poem index

poems & poets

Search over 2,500 poet biographies, over 6,500 poems, as well as essays about poetry, and some of the most important books, anthologies, and textbooks about the art form ever written. To search by keyword, use the search bar above.



Propping his tripod, Hine remembers
     Childhood snowfall in Wisconsin,
            Flakes careening in prairie wind,

A red sleigh skimming a frozen lake,
     Curlicued breath-mist of two dappled drays.
            But this is a blizzard of cotton dust

From the

What makes a nation's pillars high
And its foundations strong?
What makes it mighty to defy
The foes that round it throng?

It is not gold. Its kingdoms grand
Go down in battle shock;
Its shafts are laid on sinking sand,
Not on abiding rock.

Is it the sword? Ask the red dust
Of empires

Once, I knew a fine song,
—It is true, believe me,—
It was all of birds,
And I held them in a basket;
When I opened the wicket,
Heavens! They all flew away.
I cried, “Come back, little thoughts!”
But they only laughed.
They flew on
Until they were as


Poetic Terms/Forms

verbless poetry: Poems without verbs. On one hand, the verbless poem can create a static quality, a sense of the arrested moment, which is why it has appealed to poets who write haiku and other types of imagist poems. For example, Ezra Pound’s defining imagist poem, “In a Station of the Metro,” consists of fourteen words without a verb. It juxtaposes two images without a comment, suggesting rather than stating the relationship, and in the process freezes a moment in time. Here is the version that first appeared in Poetry (April 1913):

     The apparition  of these faces in     the crowd :
     Petals  on a wet, black bough

On the other hand, the verbless construction can give, as the linguist Otto Jespersen points out in “The Role of the Verb (1911),” “a very definite impression of motion.” That’s why verbless constructions especially appealed to the futurists, such as F. T. Marinetti (1876–1944), who eliminated verbs in order to create a sense of telegraphic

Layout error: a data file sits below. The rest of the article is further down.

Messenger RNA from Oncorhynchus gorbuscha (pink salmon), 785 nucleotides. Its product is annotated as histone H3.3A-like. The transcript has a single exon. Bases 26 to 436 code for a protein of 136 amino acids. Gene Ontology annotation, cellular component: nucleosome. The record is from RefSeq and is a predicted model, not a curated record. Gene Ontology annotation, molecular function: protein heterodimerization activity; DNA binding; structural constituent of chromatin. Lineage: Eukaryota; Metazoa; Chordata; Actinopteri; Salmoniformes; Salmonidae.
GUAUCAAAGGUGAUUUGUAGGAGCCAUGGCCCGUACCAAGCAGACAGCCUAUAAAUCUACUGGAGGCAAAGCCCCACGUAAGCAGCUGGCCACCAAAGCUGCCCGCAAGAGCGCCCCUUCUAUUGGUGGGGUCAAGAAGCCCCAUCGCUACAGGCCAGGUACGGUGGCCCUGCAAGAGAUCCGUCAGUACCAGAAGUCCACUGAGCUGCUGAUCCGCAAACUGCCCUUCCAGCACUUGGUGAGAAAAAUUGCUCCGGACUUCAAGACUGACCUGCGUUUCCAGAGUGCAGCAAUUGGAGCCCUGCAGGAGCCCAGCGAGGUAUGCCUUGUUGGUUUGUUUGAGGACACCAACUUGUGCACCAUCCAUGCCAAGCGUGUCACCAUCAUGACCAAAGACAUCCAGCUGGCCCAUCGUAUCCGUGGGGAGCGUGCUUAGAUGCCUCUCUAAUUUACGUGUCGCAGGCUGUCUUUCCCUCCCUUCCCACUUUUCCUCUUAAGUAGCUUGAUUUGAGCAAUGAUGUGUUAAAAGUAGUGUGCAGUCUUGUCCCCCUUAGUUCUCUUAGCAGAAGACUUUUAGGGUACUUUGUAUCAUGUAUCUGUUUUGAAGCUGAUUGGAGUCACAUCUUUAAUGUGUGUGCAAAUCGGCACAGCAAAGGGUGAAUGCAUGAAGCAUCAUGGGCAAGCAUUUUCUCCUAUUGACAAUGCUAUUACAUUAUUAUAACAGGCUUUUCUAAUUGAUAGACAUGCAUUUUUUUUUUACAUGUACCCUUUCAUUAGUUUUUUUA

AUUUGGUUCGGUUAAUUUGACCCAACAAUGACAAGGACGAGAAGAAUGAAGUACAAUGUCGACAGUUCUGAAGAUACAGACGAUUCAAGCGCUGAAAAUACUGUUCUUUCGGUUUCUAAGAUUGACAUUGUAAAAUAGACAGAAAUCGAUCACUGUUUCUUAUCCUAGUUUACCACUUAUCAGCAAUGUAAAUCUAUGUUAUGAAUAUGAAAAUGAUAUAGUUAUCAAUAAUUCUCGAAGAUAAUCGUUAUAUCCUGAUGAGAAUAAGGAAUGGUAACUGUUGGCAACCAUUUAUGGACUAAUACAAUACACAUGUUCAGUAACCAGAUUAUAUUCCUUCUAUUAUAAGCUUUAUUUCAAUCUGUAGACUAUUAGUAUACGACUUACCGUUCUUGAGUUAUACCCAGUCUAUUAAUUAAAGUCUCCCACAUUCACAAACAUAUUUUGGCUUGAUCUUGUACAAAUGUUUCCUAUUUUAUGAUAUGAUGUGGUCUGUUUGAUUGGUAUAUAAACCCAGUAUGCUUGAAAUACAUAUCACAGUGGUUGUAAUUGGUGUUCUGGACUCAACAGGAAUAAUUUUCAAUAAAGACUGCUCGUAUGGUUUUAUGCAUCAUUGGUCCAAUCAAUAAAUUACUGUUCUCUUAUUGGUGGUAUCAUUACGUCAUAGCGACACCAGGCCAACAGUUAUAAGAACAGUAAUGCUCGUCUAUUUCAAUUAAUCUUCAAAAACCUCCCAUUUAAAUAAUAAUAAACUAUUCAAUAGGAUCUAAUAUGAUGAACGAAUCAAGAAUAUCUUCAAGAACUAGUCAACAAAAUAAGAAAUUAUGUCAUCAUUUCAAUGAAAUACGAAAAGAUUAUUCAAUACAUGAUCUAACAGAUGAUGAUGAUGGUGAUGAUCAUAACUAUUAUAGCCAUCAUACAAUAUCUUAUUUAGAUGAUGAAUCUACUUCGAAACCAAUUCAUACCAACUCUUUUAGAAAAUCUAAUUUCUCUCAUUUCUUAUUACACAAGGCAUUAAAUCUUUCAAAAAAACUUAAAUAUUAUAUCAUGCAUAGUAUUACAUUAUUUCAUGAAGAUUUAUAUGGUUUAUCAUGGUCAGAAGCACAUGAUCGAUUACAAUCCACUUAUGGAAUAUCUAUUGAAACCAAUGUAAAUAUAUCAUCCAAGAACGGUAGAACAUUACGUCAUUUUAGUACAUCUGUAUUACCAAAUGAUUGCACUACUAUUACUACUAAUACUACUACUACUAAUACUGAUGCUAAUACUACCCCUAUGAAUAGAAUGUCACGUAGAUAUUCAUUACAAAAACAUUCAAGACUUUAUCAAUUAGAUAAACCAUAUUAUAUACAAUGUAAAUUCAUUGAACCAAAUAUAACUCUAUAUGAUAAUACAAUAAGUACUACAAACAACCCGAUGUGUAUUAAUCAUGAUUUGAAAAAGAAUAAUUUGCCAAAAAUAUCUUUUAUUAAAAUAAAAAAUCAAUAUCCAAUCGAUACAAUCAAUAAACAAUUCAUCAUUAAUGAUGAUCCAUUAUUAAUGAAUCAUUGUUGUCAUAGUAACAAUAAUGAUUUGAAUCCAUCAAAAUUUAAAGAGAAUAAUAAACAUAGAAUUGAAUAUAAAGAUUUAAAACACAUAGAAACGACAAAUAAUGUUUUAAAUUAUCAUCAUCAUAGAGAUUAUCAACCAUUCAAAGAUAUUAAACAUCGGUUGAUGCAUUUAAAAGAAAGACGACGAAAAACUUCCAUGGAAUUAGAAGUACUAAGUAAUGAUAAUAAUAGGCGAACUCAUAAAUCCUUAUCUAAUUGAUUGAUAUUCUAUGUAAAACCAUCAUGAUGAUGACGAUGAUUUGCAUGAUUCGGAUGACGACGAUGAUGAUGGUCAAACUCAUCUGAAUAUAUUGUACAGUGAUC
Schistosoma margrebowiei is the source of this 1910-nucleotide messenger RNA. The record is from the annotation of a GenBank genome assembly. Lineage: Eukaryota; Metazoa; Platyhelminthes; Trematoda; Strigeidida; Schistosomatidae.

on Teaching Poetry

There are, I think, two very different dynamics involved in the making of a poet. One is learning that you already know everything you need about writing before you even begin. The other is an extended reading of the literature, to understand what has been done, why, and what its implications might be.

The first sounds easy, but is in fact the harder of the two tasks. Many starting writers never solve the problem at all, which means that they’re destined to fail. The difficulty is what happens in that instant between the moment before you even begin and the moment once you’ve begun, into which is inserted every vague notion you may have about what writing is, how it is done, who does it, and every conceivable fantasy you might harbor about being a poet or a novelist. Before you begin, the blank page or screen is in front of you, absolutely free of any irrevocable marks, literally virgin territory. Once you begin, however, you instantaneously discover yourself burdened with

from American Poets

In recent years, I’ve found that some of the most compelling and exciting poems I’ve encountered are those by American poets of color, and many of them LGBT. These poets have stepped into an arena of a true democracy of voice, often publishing their first works, sometimes a chapbook of poems, with little known and/or regional presses. Many of these poets want to explore not only gender identity but also the sexual transgressions that make a culture doubly nervous; these concerns are often coupled with issues of race as well. One especially notable, though admittedly high profile, example of this is Eduardo C. Corral’s book, Slow Lightning, selected by Carl Phillips (his own recent poetry a superb example of the sexual transgressions I’m noting) for the 2012 Yale Younger Poets Prize.

Let me now introduce to you another wildly compelling young poet, one who has not yet published a full collection—Saeed Jones. His chapbook, When the Only Light Is Fire, was published in 2011 by


Please Excuse This Poem, edited by Brett Fletcher Lauer and Lynn Melnick
Poetry Book
The Weary Blues by Langston Hughes
Poetry Book
Selected Poems by Keith Waldrop